Amidst growing concerns and warnings from the Palestinian resistance, Amit Halevi, a prominent figure in the Israeli Knesset and member of the Likud party, has presented a controversial proposal recently that seeks to divide the Al-Aqsa Mosque compound in occupied Al-Quds between Jewish settlers and Muslims. With the Likud party holding a narrow majority in the Knesset, this divisive plan has sparked intense debates and raised questions about the potential threat it poses to Palestinian heritage. The proposal’s aim to partition one of the holiest sites in Islam has ignited fears of undermining the religious and cultural significance of the al-Aqsa Mosque and the broader struggle for Palestinian identity and self-determination.
This proposal has raised uncertainties among Palestinians and the wider Muslim community, who have long been apprehensive about the regime’s intentions to Judaize the third holiest site in Islam. In an interview with a Hebrew-language newspaper, Halevi outlined a divisive plan that designates the southern end of the compound, where the al-Aqsa Mosque is situated, for Muslim use. The remaining areas, including the central and northern parts where the Dome of the Rock is located, would be reserved for Jewish settlers.
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Additionally, Halevi has suggested replacing Jordan’s role as custodian of the Muslim and Christian holy places in occupied al-Quds with Israeli authority. These statements have drawn significant criticism, as they disregard the historical and religious significance of al-Aqsa to Muslims worldwide and undermine its cultural importance to the Palestinian people.
Alarming rise in Israeli settler incursions at Al-Aqsa Mosque
In recent years, there has been an alarming increase in Israeli settlers storming the al-Aqsa Mosque compound and conducting rituals in violation of the established status quo. These actions have resulted in clashes between Palestinian worshippers and Israeli forces, often leading to the brutal mistreatment and assault of men and women protesting against these desecrations. The al-Aqsa Mosque compound represents not only a holy site for Muslims but also holds profound symbolism in Palestinian culture and their struggle for existence.
The proposal put forth by Amit Halevi has further exacerbated tensions surrounding the al-Aqsa Mosque compound, highlighting the on-going challenges faced by Palestinians in preserving their religious and cultural heritage in occupied al-Quds. The international community continues to closely monitor the situation and express concerns over the potential repercussions of such divisive measures.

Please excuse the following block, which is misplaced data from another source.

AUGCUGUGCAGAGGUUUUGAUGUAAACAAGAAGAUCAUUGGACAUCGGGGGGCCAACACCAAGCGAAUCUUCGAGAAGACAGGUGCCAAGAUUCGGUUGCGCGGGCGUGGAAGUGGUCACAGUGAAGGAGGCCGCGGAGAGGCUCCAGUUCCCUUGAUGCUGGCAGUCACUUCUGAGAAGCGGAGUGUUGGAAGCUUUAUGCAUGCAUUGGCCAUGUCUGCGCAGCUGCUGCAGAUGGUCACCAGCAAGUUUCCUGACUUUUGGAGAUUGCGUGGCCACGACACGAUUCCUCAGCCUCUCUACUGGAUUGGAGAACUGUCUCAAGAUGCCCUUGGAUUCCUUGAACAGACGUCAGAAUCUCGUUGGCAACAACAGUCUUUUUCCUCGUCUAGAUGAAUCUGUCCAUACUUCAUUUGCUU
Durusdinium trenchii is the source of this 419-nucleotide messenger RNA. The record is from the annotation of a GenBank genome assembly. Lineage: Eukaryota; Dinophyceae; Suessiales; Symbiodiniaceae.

In May 2021, tensions escalated between the regime and the Palestinian resistance after the al-Aqsa Mosque compound was attacked and desecrated, leading to the “Sword of al-Quds” operation initiated by the resistance in Gaza. The operation involved firing missiles into occupied Palestinian territories, targeting critical Israeli infrastructure facilities. In response, Israel launched indiscriminate airstrikes on the besieged Gaza Strip, resulting in the tragic deaths of numerous women and children.
It is important to note that the United Nations does not recognise Israel’s occupation of the holy city of al-Quds, as it rejects the acquisition of land through war. However, the international body has faced criticism for its limited action in defending the oppressed Palestinian people residing in the region.
Amit Halevi’s proposed changes to the access procedures for Israeli settlers entering the al-Aqsa Mosque compound further complicate the situation. He demands that settlers be allowed to enter through all gates, disregarding the fact that currently, only the southwestern Moroccan Gate is under Israeli control, preventing Palestinian access to the other 15 entry points.
Palestinian resistance on the rise
In September of the previous year, Israeli settlers breached the al-Aqsa Mosque compound through the Lions’ Gate, marking the first time since the occupation of al-Quds in 1967 that settlers had entered the courtyards of the holy site through that gate.
The Palestinian resistance factions have issued a joint statement, declaring that any plan to divide the al-Aqsa Mosque would be considered a declaration of war. They have warned Israel of the potential repercussions that such actions could entail.